watch -n1 "kubectl get node,,,app -l app=kspark"

Evaluate with Cluster Autoscaler (Optionally available)

We have now arrange Cluster Autoscaler in the course of the infrastructure setup step with the next configuration:

  • Launch EC2 nodes in Availability Zone b
  • Include 12 node teams (6 every for On-Demand and Spot)
  • Scale down unneeded nodes after 30 seconds with --scale-down-unneeded-time
  • Use the least-waste expander on CAS, which may choose the node group that may have the least idle CPU for binpacking effectivity
  1. Submit 4 jobs with completely different driver and executor vCPUs and reminiscence sizes on CAS:
    # the arguments are vcpus and reminiscence
    ./sample-workloads/ 4 7
    ./sample-workloads/ 8 15
    ./sample-workloads/ 4 15
    ./sample-workloads/ 8 31

  2. To observe the pods’s autoscaling standing in actual time, open a brand new terminal in Cloud9 IDE and run the next command (nothing is returned at first):
    watch -n1 "kubectl get pod -n emr-ca"

  3. Observe the EC2 occasion and node auto scaling standing in a second terminal tab by operating the next command (by design, CAS schedules in Availability Zone b):
    watch -n1 "kubectl get node,,,app -l app=caspark"


The time from pod creation to being scheduled on common is much less with Karpenter than CAS, as proven within the following determine; you possibly can see a noticeable distinction while you run massive scale workloads.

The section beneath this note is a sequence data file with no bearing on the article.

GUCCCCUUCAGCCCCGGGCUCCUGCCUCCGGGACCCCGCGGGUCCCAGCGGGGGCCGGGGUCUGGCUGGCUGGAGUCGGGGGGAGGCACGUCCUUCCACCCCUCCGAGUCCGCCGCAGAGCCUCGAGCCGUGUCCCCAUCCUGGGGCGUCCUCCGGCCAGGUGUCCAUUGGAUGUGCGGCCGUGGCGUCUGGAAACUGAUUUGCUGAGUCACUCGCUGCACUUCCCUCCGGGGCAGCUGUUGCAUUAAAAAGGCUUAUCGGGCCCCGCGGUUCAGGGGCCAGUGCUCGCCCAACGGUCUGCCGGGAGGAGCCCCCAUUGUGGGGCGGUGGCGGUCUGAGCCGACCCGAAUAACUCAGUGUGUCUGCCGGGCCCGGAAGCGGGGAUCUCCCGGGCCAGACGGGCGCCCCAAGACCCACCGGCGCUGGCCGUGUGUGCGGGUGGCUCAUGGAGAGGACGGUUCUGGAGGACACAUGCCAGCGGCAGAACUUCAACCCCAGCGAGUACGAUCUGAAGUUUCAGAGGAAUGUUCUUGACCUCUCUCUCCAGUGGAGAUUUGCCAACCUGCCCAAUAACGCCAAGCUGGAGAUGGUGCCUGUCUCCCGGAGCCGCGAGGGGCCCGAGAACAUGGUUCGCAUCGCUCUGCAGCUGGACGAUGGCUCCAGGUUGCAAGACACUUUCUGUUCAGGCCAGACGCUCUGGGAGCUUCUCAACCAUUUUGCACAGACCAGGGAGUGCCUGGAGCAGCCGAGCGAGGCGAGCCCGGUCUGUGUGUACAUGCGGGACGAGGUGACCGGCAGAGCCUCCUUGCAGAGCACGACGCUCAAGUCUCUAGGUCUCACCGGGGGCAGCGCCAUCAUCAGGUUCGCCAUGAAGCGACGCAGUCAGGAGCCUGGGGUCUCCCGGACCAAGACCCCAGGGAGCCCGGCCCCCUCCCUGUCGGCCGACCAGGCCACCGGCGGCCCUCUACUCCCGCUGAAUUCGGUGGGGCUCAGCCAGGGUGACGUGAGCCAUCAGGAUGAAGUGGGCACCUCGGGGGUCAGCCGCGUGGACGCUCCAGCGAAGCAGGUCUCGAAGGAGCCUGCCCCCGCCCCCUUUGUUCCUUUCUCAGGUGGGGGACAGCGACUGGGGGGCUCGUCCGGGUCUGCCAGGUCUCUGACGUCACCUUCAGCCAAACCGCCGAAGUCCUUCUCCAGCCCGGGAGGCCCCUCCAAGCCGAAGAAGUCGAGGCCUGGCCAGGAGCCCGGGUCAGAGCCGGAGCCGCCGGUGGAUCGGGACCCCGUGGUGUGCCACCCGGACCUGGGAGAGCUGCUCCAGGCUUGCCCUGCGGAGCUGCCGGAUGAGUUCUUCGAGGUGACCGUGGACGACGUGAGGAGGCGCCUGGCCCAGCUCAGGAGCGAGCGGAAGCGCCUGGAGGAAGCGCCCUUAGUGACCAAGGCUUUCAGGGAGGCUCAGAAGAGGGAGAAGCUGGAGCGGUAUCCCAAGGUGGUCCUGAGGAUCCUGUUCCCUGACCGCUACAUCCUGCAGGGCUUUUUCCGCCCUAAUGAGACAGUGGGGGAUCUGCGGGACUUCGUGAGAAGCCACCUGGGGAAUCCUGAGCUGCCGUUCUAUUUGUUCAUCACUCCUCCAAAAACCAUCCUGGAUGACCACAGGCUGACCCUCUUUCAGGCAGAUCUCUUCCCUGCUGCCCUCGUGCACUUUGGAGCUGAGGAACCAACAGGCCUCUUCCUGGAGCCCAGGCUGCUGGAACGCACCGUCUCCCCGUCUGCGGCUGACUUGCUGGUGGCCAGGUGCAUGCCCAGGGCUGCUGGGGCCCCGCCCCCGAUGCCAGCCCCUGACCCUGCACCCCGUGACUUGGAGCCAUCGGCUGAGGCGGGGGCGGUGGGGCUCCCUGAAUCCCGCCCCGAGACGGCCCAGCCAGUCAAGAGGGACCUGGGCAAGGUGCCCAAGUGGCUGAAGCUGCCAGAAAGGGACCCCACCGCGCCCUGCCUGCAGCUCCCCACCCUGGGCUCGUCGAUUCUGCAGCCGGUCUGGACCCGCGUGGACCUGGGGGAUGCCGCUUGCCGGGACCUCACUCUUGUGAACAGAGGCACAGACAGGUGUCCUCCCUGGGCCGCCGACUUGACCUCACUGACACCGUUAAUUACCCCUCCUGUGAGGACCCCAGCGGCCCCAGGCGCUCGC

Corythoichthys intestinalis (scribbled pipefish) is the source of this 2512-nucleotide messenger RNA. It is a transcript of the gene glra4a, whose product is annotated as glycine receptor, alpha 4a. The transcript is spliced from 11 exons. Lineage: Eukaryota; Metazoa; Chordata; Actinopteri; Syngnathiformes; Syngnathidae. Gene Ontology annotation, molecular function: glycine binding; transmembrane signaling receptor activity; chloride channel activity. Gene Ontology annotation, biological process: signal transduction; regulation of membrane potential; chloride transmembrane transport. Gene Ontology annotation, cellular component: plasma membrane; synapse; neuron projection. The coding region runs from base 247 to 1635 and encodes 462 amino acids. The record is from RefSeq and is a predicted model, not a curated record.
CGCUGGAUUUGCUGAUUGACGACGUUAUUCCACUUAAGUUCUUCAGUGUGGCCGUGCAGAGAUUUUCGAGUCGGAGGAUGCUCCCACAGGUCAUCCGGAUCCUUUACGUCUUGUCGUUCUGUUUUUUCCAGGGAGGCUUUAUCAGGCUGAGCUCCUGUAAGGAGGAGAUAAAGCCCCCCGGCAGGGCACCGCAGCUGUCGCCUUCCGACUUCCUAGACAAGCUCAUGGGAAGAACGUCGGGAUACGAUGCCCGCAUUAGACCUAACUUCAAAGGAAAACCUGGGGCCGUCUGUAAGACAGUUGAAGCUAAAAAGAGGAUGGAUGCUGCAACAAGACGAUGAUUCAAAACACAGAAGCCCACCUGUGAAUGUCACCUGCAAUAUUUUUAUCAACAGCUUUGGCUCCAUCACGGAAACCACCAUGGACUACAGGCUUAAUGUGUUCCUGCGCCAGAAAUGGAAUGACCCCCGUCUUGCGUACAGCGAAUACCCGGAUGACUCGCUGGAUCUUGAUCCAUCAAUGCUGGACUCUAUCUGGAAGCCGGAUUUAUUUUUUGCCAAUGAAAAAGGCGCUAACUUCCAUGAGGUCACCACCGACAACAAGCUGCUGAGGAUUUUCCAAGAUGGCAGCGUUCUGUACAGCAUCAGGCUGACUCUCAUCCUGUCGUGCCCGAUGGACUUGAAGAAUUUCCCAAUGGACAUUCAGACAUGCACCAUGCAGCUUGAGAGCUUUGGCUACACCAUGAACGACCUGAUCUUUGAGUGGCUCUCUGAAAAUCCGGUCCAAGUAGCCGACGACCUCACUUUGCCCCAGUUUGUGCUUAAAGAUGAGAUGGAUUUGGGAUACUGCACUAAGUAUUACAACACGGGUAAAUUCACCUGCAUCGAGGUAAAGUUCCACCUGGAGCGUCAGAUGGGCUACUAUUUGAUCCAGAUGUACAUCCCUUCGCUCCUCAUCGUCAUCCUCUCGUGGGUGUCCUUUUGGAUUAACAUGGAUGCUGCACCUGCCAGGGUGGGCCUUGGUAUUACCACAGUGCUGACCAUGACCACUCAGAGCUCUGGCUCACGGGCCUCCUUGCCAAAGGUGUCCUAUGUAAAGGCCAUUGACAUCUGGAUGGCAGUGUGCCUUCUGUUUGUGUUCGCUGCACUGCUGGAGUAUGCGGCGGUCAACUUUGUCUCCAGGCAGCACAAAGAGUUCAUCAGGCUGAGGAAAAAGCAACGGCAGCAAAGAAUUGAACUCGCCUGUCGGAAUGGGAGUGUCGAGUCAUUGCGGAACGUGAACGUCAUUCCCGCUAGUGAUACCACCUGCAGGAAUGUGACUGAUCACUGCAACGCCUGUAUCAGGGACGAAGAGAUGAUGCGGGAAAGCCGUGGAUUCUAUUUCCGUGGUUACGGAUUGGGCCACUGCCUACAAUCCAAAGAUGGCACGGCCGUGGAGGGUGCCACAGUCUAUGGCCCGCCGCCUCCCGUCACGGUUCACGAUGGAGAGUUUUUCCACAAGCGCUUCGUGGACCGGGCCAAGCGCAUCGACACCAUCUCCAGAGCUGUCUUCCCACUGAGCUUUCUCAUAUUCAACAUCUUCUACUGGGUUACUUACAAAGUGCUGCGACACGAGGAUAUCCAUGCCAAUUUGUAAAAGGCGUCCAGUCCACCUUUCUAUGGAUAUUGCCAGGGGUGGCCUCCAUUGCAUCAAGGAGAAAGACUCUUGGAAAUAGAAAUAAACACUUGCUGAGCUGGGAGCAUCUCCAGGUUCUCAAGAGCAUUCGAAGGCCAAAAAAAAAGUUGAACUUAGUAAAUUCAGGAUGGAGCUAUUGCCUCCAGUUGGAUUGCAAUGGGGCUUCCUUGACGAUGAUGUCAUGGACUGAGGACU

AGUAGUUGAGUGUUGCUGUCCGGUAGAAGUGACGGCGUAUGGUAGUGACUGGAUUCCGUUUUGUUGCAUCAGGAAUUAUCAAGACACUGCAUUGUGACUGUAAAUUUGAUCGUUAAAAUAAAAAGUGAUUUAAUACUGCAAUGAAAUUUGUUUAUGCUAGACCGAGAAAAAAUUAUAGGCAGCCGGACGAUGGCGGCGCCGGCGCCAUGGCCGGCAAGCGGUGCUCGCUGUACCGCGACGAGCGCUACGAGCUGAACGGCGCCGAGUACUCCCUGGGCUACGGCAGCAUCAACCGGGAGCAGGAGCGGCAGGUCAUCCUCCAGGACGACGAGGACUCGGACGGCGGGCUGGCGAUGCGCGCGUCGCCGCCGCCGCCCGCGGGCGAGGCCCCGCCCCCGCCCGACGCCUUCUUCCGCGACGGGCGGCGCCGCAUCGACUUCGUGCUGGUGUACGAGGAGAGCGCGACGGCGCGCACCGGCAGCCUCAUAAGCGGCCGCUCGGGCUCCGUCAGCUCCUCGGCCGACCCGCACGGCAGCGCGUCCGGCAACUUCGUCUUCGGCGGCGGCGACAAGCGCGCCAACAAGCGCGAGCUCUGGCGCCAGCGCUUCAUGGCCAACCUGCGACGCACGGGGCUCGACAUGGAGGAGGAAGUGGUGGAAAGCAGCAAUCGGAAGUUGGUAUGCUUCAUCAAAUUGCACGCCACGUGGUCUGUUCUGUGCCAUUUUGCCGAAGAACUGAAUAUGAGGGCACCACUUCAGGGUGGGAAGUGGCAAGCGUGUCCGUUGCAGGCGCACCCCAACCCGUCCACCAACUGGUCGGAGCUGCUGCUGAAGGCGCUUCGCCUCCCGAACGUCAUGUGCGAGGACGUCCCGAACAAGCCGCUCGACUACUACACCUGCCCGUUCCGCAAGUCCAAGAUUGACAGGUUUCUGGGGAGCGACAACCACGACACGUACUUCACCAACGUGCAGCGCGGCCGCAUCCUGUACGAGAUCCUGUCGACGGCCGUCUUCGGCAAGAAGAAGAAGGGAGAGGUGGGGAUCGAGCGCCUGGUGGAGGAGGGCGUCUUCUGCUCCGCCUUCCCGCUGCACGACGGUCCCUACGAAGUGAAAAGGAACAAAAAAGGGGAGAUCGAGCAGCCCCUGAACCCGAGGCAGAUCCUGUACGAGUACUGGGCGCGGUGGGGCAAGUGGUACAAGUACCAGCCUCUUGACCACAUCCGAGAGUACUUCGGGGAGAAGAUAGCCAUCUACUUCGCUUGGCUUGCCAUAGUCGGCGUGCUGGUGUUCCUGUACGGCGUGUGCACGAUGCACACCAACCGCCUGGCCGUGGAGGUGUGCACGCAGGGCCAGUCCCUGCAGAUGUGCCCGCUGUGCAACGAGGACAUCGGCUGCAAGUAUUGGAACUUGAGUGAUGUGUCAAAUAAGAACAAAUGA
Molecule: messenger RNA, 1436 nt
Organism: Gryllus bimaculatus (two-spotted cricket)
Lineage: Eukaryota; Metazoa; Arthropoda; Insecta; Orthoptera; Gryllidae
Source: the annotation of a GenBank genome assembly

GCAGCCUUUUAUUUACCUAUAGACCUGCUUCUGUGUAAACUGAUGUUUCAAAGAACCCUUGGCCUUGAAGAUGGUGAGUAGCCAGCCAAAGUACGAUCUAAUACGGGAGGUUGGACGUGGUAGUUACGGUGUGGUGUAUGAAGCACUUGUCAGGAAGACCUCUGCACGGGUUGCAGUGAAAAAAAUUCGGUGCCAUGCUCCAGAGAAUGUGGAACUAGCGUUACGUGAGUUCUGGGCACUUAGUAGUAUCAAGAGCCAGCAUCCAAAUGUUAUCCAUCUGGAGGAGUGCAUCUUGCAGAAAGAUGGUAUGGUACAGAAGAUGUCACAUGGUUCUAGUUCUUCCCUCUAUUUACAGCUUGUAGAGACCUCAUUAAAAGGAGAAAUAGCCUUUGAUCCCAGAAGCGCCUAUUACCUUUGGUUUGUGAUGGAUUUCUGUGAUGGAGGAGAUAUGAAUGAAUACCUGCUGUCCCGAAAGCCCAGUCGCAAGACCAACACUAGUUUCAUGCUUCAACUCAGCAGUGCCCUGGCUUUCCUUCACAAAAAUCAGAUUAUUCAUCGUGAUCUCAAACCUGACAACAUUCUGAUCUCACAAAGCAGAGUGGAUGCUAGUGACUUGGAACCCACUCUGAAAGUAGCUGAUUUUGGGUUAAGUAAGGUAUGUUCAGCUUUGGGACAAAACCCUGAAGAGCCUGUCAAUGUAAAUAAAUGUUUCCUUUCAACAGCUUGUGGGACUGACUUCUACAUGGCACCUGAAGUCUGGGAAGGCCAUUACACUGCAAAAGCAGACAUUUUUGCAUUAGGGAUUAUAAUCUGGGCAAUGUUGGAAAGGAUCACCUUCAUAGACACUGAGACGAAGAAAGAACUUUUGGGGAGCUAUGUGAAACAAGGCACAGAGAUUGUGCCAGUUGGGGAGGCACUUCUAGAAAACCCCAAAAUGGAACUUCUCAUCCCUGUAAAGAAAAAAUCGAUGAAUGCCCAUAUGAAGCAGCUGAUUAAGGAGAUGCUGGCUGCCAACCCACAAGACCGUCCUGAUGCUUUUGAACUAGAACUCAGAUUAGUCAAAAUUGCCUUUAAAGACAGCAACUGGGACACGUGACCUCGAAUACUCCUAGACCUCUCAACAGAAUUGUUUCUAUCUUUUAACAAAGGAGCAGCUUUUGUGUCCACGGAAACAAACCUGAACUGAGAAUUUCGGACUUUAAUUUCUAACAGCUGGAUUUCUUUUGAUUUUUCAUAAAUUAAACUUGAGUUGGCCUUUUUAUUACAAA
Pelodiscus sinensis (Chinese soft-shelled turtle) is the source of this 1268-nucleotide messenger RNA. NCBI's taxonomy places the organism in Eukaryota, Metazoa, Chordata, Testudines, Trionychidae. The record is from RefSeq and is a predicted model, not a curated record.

As proven within the following figures, as the roles had been accomplished, Karpenter was capable of scale down the nodes that aren’t wanted inside seconds. In distinction, CAS takes minutes, as a result of it sends a sign to the node teams, including extra latency. This in flip helps scale back total prices by lowering the variety of seconds unneeded EC2 cases are operating.

Clear up

To wash up your atmosphere, delete all of the assets created in reverse order by operating the cleanup script:

export EKSCLUSTER_NAME=aws-blog
cd ~/atmosphere/karpenter-for-emr-on-eks


On this submit, we confirmed you how you can use Karpenter to simplify EKS node provisioning, and velocity up auto scaling of EMR on EKS workloads. We encourage you to attempt Karpenter and supply any suggestions by making a GitHub difficulty.

Additional studying

In regards to the Authors

Changbin Gong is a Principal Options Architect at Amazon Internet Providers. He engages with clients to create progressive options that deal with buyer enterprise issues and speed up the adoption of AWS companies. In his spare time, Changbin enjoys studying, operating, and touring.

Sandeep Palavalasa is a Sr. Specialist Containers SA at Amazon Internet Providers. He’s a software program expertise chief with over 12 years of expertise in constructing large-scale, distributed software program techniques. His skilled profession began with a give attention to monitoring and observability and he has a powerful cloud structure background. He likes engaged on distributed techniques and is happy to speak about microservice structure design. His present pursuits are within the areas of container companies and serverless applied sciences.